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No. There are 2 campers on the property. The box is right next to one of them. The second camper has no box. We don't intend to dig a trench and install a second box.
I didn't see this when I posted my last comment. This information could change the scenario as the size of the cable to the first RV is likely not sufficient to support 2 RV's. In order to provide further details, it would be helpful to know how long the cable run is to the first camper, the size (awg) of that cable and the load the first RV may pull (which can be estimated). For example if it is 50a, and the RV has the A/C(s) running then the load may already be too much to support another camper ~120' away. In this case, the load of the two RV's is being pulled from the same cable that the first RV is using. ~CA
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Old 05-21-2023, 10:59 AM   #9
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OK, some further clarification...

The power post has 30 and 50 amp receptacles. There is 60 amps going to the post.

Both trailers have 30 amp wiring. Trailer #1 is next to the post and uses the standard onboard 20 foot power cable plugged into the 30 amp receptacle. Trailer #2 is the one far away that needs an extension cord.

Both are weekend use only, and we always take the cables in after we leave. They are not plugged in unless in use. So, yes, the cables are only temporary.

It is unlikely that both trailers would be in use at the same time. The only time they might would be in winter, so no AC in use - only furnaces.

The reason for inquiring is to be sure it could safely be done. I'm merely trying to provide some electric to a neighbor, rather than him needing to bring in his own service from the power company, which would be prohibitively expensive. Since I have an extra 50 amp receptacle it will cost me nothing.
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Old 05-22-2023, 09:48 AM   #10
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Originally Posted by gypsmjim View Post
OK, some further clarification...

The power post has 30 and 50 amp receptacles. There is 60 amps going to the post.

Both trailers have 30 amp wiring. Trailer #1 is next to the post and uses the standard onboard 20 foot power cable plugged into the 30 amp receptacle. Trailer #2 is the one far away that needs an extension cord.

Both are weekend use only, and we always take the cables in after we leave. They are not plugged in unless in use. So, yes, the cables are only temporary.

It is unlikely that both trailers would be in use at the same time. The only time they might would be in winter, so no AC in use - only furnaces.

The reason for inquiring is to be sure it could safely be done. I'm merely trying to provide some electric to a neighbor, rather than him needing to bring in his own service from the power company, which would be prohibitively expensive. Since I have an extra 50 amp receptacle it will cost me nothing.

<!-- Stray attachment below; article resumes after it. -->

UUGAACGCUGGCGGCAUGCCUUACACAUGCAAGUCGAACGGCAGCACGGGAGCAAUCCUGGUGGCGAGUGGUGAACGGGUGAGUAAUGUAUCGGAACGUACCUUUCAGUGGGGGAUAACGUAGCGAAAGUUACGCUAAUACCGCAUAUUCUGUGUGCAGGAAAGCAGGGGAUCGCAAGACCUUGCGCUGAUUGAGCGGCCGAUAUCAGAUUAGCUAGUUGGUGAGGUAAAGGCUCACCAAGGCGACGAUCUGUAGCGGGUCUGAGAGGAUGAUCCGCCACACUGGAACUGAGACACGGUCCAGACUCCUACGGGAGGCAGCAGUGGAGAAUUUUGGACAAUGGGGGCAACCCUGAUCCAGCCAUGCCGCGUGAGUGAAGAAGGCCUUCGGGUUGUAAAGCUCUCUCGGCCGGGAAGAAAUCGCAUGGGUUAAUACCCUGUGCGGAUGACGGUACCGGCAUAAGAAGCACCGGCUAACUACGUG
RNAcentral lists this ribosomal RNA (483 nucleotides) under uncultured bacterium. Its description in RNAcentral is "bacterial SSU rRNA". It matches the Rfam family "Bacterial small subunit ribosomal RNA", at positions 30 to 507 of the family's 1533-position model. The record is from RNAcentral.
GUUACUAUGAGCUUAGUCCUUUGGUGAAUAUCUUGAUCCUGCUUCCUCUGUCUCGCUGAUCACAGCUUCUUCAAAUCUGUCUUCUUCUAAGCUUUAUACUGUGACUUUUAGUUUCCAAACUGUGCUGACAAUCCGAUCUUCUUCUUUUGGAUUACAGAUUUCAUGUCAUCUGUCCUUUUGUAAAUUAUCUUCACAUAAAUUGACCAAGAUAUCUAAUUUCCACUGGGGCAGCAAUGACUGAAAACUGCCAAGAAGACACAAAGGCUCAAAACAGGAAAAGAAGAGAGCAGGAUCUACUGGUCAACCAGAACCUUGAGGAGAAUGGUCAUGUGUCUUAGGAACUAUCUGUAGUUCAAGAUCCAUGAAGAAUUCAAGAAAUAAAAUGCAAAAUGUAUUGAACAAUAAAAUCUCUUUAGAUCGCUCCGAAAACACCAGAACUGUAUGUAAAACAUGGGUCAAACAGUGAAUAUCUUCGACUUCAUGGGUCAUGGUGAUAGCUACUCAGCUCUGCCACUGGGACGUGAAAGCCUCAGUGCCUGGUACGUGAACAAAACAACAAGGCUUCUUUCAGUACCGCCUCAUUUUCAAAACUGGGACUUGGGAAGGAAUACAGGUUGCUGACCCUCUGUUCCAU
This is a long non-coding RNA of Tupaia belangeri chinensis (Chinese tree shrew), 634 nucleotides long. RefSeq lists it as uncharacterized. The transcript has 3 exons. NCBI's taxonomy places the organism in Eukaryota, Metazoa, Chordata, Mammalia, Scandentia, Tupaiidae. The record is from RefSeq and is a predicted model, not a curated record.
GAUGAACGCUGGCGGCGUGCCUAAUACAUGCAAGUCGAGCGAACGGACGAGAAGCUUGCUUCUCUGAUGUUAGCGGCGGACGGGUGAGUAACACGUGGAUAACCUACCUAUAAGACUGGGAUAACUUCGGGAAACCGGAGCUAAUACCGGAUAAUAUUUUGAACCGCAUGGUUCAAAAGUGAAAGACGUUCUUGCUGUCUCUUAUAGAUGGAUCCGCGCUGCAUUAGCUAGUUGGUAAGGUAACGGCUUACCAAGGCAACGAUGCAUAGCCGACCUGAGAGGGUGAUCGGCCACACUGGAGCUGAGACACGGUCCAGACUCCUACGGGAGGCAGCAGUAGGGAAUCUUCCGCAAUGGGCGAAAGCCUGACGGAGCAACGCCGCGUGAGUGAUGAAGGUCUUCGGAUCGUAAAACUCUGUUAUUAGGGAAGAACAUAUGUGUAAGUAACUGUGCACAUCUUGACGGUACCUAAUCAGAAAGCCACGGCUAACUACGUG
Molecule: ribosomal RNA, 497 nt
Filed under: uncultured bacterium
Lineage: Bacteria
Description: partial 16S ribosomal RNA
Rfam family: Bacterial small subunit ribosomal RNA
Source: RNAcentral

Safety is certainly an important consideration. I don't see any issues with your plan as it is as safe as any long running extension cord could be. I would consider making sure the connections are out of the weather. Safety is also considered by most to include the safety of the electrical appliances in use, for that concern I would monitor the voltage in both RV's and make sure the voltage doesn't drop too low (~108 or less). If you find that the voltage does drop too much or the breakers trip, then there may be options you could do to help with that such as making sure each RV is on its own 120v leg that is coming into the pedestal. ~CA
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Old 05-22-2023, 03:45 PM   #11
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I'm assuming the neighbor is on his own property hence no desire to add a second utility pedestal.

One thought, if you ever decided to put in a covered deck would it be between those two points? Having your neighbor cover the expense of adding a pedestal may be a win for both of you. You'd have another electrical connection point and your neighbor saves on electrical costs.
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Old 05-27-2023, 12:01 PM   #12
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If you're going to run 125' #10 wire will handle 30amp, 120 V. for 50 amp 240 V you will need #6 4 conductor wire.

These sizes will minimize your voltage drop when running 125' from the power pole.

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Old 06-05-2023, 03:13 PM   #13
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Southwire calculator comes up with #8 awg min. #10 even with only 20 amps loaded is only good to about 75 feet before you have more than 3% voltage drop. Use a 50 amp cord as stated above and you will be golden on a 30 amp trailer. That cord will be #6 and voltage drop won't be a problem. If you attempt to use a #10 cord at that length, you will almost certainly have too much voltage drop and risk damaging your ac or appliances.